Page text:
Another good example is Kaladin in the Stormlight Archive by Brandon Sanderson. He personifies his depression and hopelessness by calling it The Wretch. It’s almost like another being within him, telling him to just give up. It’s described like an infection he has to fight, a darkness and hopelessness. Sounds familiar right? He fights it by focusing on a purpose, which is keeping people alive, but that doesn’t get rid of it 100%. It’s still at the back of his mind threatening to take over.

I’d say this is a good portrayal because he’s a hero, he’s strong, but he’s absolutely vulnerable to his own head.

Realising that you’re not alone

*Spoilers incoming*

In the second book, there’s a scene where Kaladin is stuck in a chasm arguing with a character called Shallan about entitlement and how they grew up very differently. Kaladin grew up as a second class citizen and Shallan is a high-born lady betrothed to a prince.

Kaladin is pretty bitter about how his life has ended up and tells her she doesn’t know what real struggle is. And she responds in a way that shows him that she has had struggles of her own, different but also very similar. They have both been visited by The Wretch but Kaladin has always felt like it was his demon alone.

He’s hit with this realisation that she is so damaged too. In different ways, they’ve felt exactly the same. I’ve put the passage below if you’re interested in reading.

stormlight archivestormlight archive

This scene kills me! It’s just so poignant. Sometimes we really have no idea what other people have felt and experienced. I’m finding the more I’m open about stuff like depression, the more I realise that it’s not just me. I’m not really alone. Thousands of others have felt like me. That’s why we need to talk about this stuff.

Creatures separate to us

In both of these examples, it’s interesting to note that while they are personified representations of depression, they’re personified as creatures – something separate to ourselves.

Seeing it as an external battle like with the Dementors or an internal battle like the Wretch is interesting.

We can blame ourselves all day about our own depression, but it’s not us. Mental illness is something separate, poisonous that we have to fight.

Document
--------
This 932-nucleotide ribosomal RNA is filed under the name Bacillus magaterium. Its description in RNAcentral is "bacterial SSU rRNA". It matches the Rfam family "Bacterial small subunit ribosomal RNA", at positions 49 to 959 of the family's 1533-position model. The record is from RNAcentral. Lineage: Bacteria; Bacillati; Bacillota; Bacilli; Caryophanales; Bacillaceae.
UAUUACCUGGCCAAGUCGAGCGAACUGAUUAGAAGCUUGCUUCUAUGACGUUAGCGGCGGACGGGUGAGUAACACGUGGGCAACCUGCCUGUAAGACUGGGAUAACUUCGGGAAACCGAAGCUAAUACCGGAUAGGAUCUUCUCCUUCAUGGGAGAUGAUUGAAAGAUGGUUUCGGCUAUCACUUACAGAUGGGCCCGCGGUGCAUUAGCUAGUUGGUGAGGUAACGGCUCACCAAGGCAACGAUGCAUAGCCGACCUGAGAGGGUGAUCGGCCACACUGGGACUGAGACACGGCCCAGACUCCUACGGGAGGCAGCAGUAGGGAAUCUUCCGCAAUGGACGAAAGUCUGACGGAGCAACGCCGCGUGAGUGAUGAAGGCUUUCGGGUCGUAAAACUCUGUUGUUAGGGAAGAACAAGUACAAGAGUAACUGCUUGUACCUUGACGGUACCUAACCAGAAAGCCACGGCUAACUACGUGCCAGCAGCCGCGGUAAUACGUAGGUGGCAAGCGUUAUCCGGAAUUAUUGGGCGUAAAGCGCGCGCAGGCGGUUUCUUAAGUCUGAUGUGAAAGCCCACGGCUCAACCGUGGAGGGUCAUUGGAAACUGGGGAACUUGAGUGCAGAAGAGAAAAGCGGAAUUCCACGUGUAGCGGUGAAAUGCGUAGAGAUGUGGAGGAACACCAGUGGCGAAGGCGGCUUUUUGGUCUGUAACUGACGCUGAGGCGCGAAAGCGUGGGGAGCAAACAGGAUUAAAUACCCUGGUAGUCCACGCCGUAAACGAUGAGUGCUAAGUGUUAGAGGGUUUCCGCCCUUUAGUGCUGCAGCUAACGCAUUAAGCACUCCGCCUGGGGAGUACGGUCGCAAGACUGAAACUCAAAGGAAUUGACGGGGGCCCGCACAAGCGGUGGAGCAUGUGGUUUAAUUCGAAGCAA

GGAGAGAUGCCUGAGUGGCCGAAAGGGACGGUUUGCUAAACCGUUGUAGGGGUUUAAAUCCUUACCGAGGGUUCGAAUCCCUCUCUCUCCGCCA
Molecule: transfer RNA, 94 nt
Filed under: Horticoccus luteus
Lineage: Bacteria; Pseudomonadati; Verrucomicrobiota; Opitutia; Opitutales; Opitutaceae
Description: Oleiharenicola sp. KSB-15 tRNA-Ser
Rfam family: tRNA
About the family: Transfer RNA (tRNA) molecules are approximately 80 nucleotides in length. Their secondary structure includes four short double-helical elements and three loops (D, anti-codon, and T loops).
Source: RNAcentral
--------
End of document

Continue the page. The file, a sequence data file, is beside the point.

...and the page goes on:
Too often I’ve thought that there’s no escape because this is just me as a person. But it’s not. Depression is something that makes us feel less and less like ourselves until we feel like there’s nothing left. To fight it is to try and tear some of ourselves back bit by bit.

Mental health issues arising in our writing

An interesting thing I’ve noted in all my attempted novels and story ideas is that there are very clear similarities and themes spread across them. I use themes like self-destruction, internal struggles, difficult childhoods, substance abuse, narcissism and so on quite regularly.

I think all writers do this, take things buried in our own heads and spill them out onto the page. It’s the self-expression part of creative work. It can be very therapeutic but it can also highlight to yourself which of the issues you’re facing really need to be dealt with.

Writing is our way of dealing with issues and it can be great up until a point, but therapy is often the next step. If you find yourself exploring the same issues over and over again in your writing, perhaps it’s time to talk them through with a therapist if you can. It’s not always possible to but if you can, it’s an important option to consider. Sadly, while fiction can help mental illness in some ways, it can’t quite treat it.

It’d be great to hear if anyone feels the same way about fantasy writing or if you’ve struggled with writer’s block because of “the wretch” in your head. Do you think fiction can help mental illness?